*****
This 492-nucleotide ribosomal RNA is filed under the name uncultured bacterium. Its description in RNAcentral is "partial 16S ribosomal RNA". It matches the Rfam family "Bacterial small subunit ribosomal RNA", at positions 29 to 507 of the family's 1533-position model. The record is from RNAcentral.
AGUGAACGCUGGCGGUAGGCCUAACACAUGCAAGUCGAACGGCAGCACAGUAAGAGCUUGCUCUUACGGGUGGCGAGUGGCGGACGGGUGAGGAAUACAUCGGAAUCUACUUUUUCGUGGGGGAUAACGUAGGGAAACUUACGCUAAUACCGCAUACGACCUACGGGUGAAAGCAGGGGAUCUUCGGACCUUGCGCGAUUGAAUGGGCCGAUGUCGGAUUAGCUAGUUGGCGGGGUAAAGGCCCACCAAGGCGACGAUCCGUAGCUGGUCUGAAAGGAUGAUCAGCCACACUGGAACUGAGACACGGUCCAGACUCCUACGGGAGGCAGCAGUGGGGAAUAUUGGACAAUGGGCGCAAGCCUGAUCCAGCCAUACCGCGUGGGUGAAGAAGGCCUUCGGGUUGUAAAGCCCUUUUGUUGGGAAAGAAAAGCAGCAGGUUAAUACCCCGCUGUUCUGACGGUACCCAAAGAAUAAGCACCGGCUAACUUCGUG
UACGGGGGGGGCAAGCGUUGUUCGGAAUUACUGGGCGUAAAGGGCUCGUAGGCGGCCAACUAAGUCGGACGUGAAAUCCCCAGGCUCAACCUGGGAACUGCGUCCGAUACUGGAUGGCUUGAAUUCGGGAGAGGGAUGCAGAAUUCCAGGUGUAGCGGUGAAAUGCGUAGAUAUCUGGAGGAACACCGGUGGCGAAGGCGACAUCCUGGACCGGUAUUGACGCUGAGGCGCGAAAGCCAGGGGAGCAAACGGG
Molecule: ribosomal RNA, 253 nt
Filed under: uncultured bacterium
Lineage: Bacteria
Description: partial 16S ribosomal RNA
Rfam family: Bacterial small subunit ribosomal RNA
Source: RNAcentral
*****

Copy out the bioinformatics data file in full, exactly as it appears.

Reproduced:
This 492-nucleotide ribosomal RNA is filed under the name uncultured bacterium. Its description in RNAcentral is "partial 16S ribosomal RNA". It matches the Rfam family "Bacterial small subunit ribosomal RNA", at positions 29 to 507 of the family's 1533-position model. The record is from RNAcentral.
AGUGAACGCUGGCGGUAGGCCUAACACAUGCAAGUCGAACGGCAGCACAGUAAGAGCUUGCUCUUACGGGUGGCGAGUGGCGGACGGGUGAGGAAUACAUCGGAAUCUACUUUUUCGUGGGGGAUAACGUAGGGAAACUUACGCUAAUACCGCAUACGACCUACGGGUGAAAGCAGGGGAUCUUCGGACCUUGCGCGAUUGAAUGGGCCGAUGUCGGAUUAGCUAGUUGGCGGGGUAAAGGCCCACCAAGGCGACGAUCCGUAGCUGGUCUGAAAGGAUGAUCAGCCACACUGGAACUGAGACACGGUCCAGACUCCUACGGGAGGCAGCAGUGGGGAAUAUUGGACAAUGGGCGCAAGCCUGAUCCAGCCAUACCGCGUGGGUGAAGAAGGCCUUCGGGUUGUAAAGCCCUUUUGUUGGGAAAGAAAAGCAGCAGGUUAAUACCCCGCUGUUCUGACGGUACCCAAAGAAUAAGCACCGGCUAACUUCGUG
UACGGGGGGGGCAAGCGUUGUUCGGAAUUACUGGGCGUAAAGGGCUCGUAGGCGGCCAACUAAGUCGGACGUGAAAUCCCCAGGCUCAACCUGGGAACUGCGUCCGAUACUGGAUGGCUUGAAUUCGGGAGAGGGAUGCAGAAUUCCAGGUGUAGCGGUGAAAUGCGUAGAUAUCUGGAGGAACACCGGUGGCGAAGGCGACAUCCUGGACCGGUAUUGACGCUGAGGCGCGAAAGCCAGGGGAGCAAACGGG
Molecule: ribosomal RNA, 253 nt
Filed under: uncultured bacterium
Lineage: Bacteria
Description: partial 16S ribosomal RNA
Rfam family: Bacterial small subunit ribosomal RNA
Source: RNAcentral